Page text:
Mint.com CEO Patzer says it doesn't sell individual data
The notion of selling of user data isn't a new idea, but it disturbed financial writer Felix Salmon and has caused numerous individuals to cancel their Mint accounts.
Given the sensitive nature of the subject and importance of privacy and anonymity, we asked Patzer to explain what Mint does with your data, how it makes use of data and what the difference is.
In order to understand the issue, we first need to know the difference between our data and aggregate data, and how this is different than anonymized data. Our data includes every single transaction that we make and is logged into our Mint account; there is no doubt in anyone's mind that this is important to keep private. Aggregate data is the sum, or whole amount, of a particular group like the Movies and Shakers example.
Anonymized data is different from aggregate in that it's used to contain personally identifiable information but it was changed to obfuscate, or hide the actual individuals. The problem with anonymized data is that as a recent example proved, it is possible to reverse the data to identify a specific individual such as in the Netflix Million Dollar Prize contest.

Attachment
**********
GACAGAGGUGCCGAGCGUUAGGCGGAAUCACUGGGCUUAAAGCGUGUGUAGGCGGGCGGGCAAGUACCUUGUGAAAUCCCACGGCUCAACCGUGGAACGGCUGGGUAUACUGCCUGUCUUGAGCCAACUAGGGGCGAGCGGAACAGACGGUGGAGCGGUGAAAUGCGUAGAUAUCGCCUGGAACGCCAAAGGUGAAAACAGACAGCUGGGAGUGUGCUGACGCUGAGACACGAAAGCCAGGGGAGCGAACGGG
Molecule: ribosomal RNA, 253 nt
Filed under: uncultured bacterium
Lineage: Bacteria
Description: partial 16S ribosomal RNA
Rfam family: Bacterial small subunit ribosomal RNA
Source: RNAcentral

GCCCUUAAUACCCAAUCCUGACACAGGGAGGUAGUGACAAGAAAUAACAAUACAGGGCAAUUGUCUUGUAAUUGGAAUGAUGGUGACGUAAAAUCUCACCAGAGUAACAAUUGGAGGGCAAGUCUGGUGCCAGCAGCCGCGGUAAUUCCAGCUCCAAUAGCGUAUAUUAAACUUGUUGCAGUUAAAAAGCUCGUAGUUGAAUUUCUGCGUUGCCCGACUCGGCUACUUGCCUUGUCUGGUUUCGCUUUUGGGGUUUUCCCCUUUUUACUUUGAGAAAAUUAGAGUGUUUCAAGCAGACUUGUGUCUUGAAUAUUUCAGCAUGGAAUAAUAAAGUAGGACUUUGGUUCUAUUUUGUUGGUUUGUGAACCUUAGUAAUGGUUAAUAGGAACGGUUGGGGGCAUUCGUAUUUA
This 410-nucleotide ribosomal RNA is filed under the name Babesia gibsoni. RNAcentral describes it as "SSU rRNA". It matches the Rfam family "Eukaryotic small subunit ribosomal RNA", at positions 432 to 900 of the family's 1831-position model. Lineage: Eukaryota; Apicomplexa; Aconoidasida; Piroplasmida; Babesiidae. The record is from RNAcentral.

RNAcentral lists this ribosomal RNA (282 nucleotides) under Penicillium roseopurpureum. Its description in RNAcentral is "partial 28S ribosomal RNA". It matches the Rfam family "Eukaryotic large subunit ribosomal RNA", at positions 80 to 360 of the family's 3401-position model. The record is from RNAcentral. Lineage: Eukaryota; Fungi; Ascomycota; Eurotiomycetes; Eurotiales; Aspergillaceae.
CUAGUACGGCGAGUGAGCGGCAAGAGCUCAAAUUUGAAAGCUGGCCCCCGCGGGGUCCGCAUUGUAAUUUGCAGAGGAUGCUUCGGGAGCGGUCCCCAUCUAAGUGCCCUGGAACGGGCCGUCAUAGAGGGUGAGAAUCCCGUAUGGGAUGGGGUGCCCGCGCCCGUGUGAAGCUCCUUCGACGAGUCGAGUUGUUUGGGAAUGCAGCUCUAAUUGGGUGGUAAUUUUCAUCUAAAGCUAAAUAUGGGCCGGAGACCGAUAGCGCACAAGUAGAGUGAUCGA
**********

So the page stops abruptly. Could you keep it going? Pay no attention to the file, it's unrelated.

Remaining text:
Mint also has safeguards in place to ensure that aggregate data cannot be traced back to an individual. "We ensure that there are at least 50 data points per month for a particular merchant or in a particular zip code before we'll do any aggregate data, otherwise we just say not enough information.", stated Patzer adding that the safeguard is, "not only for the privacy purposes but it's just not accurate unless you have enough data points."
If you use Mint to manage your finances the recent attention to data practices shouldn't push you to close your account. The use of aggregate data has been used by Mint for the past several years to help users compare their spending to others, identify the worst banking fee offenders and even could have predicted the recession before traditional indicators showed up.
The bottom line is that Mint uses aggregate data, which cannot be traced back to an individual user, to better serve its users and, in the case of bank fees, the general public.